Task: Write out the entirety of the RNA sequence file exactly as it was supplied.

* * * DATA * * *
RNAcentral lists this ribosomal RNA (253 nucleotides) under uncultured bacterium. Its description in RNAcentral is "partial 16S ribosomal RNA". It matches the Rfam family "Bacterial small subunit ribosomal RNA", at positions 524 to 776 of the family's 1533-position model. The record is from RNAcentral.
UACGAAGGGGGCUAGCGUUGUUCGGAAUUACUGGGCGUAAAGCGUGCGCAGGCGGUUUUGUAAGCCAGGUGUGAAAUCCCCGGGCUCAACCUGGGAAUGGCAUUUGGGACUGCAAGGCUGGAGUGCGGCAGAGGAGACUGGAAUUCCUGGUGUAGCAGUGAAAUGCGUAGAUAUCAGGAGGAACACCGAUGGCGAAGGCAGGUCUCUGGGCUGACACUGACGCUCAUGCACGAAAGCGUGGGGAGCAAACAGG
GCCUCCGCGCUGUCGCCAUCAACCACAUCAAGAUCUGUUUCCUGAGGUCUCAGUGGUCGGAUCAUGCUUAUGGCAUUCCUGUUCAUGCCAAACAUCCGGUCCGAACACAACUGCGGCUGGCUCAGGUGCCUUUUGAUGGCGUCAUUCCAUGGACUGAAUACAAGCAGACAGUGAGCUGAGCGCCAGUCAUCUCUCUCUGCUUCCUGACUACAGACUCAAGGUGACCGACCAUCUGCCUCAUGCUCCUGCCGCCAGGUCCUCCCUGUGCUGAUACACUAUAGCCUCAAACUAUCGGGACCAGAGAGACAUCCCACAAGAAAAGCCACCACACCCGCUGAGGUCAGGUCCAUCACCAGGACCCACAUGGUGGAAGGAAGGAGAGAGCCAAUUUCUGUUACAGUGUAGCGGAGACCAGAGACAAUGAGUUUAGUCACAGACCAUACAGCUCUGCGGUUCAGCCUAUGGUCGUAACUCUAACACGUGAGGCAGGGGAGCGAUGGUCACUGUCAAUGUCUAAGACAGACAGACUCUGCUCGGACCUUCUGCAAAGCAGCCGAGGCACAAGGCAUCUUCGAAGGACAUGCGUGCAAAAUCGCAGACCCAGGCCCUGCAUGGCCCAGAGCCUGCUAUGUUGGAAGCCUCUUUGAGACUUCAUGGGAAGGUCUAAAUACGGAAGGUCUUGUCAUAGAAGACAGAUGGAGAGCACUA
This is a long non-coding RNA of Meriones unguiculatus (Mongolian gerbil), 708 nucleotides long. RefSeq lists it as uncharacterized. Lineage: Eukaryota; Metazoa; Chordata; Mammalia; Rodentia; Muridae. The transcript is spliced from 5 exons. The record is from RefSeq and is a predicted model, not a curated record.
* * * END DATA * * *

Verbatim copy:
RNAcentral lists this ribosomal RNA (253 nucleotides) under uncultured bacterium. Its description in RNAcentral is "partial 16S ribosomal RNA". It matches the Rfam family "Bacterial small subunit ribosomal RNA", at positions 524 to 776 of the family's 1533-position model. The record is from RNAcentral.
UACGAAGGGGGCUAGCGUUGUUCGGAAUUACUGGGCGUAAAGCGUGCGCAGGCGGUUUUGUAAGCCAGGUGUGAAAUCCCCGGGCUCAACCUGGGAAUGGCAUUUGGGACUGCAAGGCUGGAGUGCGGCAGAGGAGACUGGAAUUCCUGGUGUAGCAGUGAAAUGCGUAGAUAUCAGGAGGAACACCGAUGGCGAAGGCAGGUCUCUGGGCUGACACUGACGCUCAUGCACGAAAGCGUGGGGAGCAAACAGG
GCCUCCGCGCUGUCGCCAUCAACCACAUCAAGAUCUGUUUCCUGAGGUCUCAGUGGUCGGAUCAUGCUUAUGGCAUUCCUGUUCAUGCCAAACAUCCGGUCCGAACACAACUGCGGCUGGCUCAGGUGCCUUUUGAUGGCGUCAUUCCAUGGACUGAAUACAAGCAGACAGUGAGCUGAGCGCCAGUCAUCUCUCUCUGCUUCCUGACUACAGACUCAAGGUGACCGACCAUCUGCCUCAUGCUCCUGCCGCCAGGUCCUCCCUGUGCUGAUACACUAUAGCCUCAAACUAUCGGGACCAGAGAGACAUCCCACAAGAAAAGCCACCACACCCGCUGAGGUCAGGUCCAUCACCAGGACCCACAUGGUGGAAGGAAGGAGAGAGCCAAUUUCUGUUACAGUGUAGCGGAGACCAGAGACAAUGAGUUUAGUCACAGACCAUACAGCUCUGCGGUUCAGCCUAUGGUCGUAACUCUAACACGUGAGGCAGGGGAGCGAUGGUCACUGUCAAUGUCUAAGACAGACAGACUCUGCUCGGACCUUCUGCAAAGCAGCCGAGGCACAAGGCAUCUUCGAAGGACAUGCGUGCAAAAUCGCAGACCCAGGCCCUGCAUGGCCCAGAGCCUGCUAUGUUGGAAGCCUCUUUGAGACUUCAUGGGAAGGUCUAAAUACGGAAGGUCUUGUCAUAGAAGACAGAUGGAGAGCACUA
This is a long non-coding RNA of Meriones unguiculatus (Mongolian gerbil), 708 nucleotides long. RefSeq lists it as uncharacterized. Lineage: Eukaryota; Metazoa; Chordata; Mammalia; Rodentia; Muridae. The transcript is spliced from 5 exons. The record is from RefSeq and is a predicted model, not a curated record.